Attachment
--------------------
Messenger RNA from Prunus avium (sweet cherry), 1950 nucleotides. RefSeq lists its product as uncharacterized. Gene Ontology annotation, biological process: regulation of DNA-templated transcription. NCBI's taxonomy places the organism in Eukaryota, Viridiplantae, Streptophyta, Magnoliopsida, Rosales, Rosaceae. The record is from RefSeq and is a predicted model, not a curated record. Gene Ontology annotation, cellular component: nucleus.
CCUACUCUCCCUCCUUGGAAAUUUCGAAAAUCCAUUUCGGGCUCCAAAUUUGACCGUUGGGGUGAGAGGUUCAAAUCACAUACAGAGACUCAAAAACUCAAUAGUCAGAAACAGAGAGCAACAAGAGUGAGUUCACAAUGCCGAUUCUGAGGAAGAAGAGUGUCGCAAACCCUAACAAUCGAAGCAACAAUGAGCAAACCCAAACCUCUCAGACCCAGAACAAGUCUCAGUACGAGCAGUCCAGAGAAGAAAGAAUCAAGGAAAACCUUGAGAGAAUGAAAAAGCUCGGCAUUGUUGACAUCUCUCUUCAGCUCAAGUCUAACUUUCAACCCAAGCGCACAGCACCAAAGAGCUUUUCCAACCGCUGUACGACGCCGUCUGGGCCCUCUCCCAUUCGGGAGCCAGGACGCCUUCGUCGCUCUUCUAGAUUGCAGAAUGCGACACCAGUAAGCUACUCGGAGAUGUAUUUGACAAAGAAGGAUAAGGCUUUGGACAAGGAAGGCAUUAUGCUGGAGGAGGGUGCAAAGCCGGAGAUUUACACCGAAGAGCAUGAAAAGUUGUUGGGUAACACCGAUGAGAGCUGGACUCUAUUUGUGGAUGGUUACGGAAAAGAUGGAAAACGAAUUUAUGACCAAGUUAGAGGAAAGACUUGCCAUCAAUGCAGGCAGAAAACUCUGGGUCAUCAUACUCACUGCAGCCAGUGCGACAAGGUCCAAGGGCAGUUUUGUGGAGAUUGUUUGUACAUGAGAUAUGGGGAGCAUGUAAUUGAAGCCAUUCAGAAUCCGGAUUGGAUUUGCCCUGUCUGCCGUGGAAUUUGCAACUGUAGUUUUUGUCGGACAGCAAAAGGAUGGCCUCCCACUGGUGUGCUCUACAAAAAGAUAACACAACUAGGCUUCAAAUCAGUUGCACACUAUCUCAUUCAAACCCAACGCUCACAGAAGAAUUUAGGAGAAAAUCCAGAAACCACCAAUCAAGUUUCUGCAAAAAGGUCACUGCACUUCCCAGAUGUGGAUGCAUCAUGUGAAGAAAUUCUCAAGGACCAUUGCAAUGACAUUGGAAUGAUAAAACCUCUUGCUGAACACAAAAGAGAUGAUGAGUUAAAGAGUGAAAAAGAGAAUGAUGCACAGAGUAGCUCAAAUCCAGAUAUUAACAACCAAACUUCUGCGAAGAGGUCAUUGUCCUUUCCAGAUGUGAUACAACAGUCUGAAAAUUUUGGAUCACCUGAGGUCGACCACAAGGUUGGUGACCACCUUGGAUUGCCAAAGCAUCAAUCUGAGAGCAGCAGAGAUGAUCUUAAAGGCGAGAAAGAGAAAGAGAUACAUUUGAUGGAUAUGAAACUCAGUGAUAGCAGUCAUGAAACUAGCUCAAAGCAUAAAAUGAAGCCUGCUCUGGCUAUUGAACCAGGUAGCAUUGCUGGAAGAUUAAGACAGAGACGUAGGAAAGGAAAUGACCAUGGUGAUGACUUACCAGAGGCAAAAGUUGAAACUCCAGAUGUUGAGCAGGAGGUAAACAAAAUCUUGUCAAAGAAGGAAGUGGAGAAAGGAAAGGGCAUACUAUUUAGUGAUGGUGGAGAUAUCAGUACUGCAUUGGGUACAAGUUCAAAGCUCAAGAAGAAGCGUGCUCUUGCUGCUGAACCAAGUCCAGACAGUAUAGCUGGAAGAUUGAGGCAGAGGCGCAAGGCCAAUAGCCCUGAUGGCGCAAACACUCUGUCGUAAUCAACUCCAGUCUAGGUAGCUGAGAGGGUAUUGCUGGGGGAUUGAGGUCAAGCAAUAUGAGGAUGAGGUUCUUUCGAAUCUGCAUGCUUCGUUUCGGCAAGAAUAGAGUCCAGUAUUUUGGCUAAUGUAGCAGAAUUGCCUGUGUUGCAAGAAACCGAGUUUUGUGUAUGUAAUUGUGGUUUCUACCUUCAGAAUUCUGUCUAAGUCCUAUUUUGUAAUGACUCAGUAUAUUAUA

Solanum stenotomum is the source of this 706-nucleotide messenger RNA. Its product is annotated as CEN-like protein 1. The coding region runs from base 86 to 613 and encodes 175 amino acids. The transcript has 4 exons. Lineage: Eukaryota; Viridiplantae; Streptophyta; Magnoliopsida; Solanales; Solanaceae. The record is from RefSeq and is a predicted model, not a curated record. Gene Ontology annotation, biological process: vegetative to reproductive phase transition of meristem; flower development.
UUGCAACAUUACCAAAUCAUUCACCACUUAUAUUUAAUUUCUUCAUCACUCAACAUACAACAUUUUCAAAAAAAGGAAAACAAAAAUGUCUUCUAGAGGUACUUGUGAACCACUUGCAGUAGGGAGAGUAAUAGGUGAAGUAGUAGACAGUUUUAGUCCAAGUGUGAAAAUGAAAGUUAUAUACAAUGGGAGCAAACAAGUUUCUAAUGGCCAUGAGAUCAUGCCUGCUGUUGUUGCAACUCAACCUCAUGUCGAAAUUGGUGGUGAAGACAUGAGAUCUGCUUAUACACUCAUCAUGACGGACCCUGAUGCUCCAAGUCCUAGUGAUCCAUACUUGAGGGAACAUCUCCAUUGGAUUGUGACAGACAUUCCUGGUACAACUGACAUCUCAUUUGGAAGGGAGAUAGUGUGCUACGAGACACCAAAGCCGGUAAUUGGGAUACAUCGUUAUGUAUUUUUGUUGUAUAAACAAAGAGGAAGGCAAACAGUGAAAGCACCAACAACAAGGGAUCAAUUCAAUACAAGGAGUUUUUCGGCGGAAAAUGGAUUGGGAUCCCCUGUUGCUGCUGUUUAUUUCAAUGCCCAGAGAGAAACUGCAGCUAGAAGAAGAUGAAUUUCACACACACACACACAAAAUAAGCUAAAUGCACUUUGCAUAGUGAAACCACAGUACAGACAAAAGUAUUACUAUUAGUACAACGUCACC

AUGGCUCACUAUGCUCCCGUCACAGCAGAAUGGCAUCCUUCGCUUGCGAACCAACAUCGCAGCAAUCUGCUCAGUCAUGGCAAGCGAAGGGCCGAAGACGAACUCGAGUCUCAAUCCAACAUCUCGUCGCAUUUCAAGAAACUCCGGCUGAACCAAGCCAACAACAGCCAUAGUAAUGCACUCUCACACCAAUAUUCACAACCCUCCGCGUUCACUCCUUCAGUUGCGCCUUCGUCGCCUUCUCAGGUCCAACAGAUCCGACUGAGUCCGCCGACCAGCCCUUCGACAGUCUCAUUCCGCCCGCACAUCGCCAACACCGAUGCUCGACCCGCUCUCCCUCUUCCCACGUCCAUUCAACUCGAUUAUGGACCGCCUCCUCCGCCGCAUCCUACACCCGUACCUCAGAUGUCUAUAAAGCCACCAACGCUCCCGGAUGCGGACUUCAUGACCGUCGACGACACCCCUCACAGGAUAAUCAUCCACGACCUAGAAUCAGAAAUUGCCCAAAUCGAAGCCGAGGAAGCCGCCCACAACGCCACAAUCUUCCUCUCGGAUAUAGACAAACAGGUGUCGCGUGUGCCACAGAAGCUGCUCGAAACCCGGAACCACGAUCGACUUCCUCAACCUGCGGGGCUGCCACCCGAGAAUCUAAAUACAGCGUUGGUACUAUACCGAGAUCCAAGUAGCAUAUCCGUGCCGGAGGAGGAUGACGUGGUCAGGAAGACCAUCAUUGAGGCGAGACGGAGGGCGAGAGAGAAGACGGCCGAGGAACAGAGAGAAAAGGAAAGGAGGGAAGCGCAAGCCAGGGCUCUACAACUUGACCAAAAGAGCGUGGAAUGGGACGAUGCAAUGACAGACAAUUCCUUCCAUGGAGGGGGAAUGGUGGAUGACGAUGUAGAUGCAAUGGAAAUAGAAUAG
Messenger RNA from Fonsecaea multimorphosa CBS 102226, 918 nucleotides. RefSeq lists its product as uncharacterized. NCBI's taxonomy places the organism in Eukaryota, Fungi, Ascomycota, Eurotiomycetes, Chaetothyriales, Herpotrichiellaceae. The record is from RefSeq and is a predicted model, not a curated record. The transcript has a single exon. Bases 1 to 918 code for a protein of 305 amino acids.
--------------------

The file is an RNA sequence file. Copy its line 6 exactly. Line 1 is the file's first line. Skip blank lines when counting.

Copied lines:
Messenger RNA from Fonsecaea multimorphosa CBS 102226, 918 nucleotides. RefSeq lists its product as uncharacterized. NCBI's taxonomy places the organism in Eukaryota, Fungi, Ascomycota, Eurotiomycetes, Chaetothyriales, Herpotrichiellaceae. The record is from RefSeq and is a predicted model, not a curated record. The transcript has a single exon. Bases 1 to 918 code for a protein of 305 amino acids.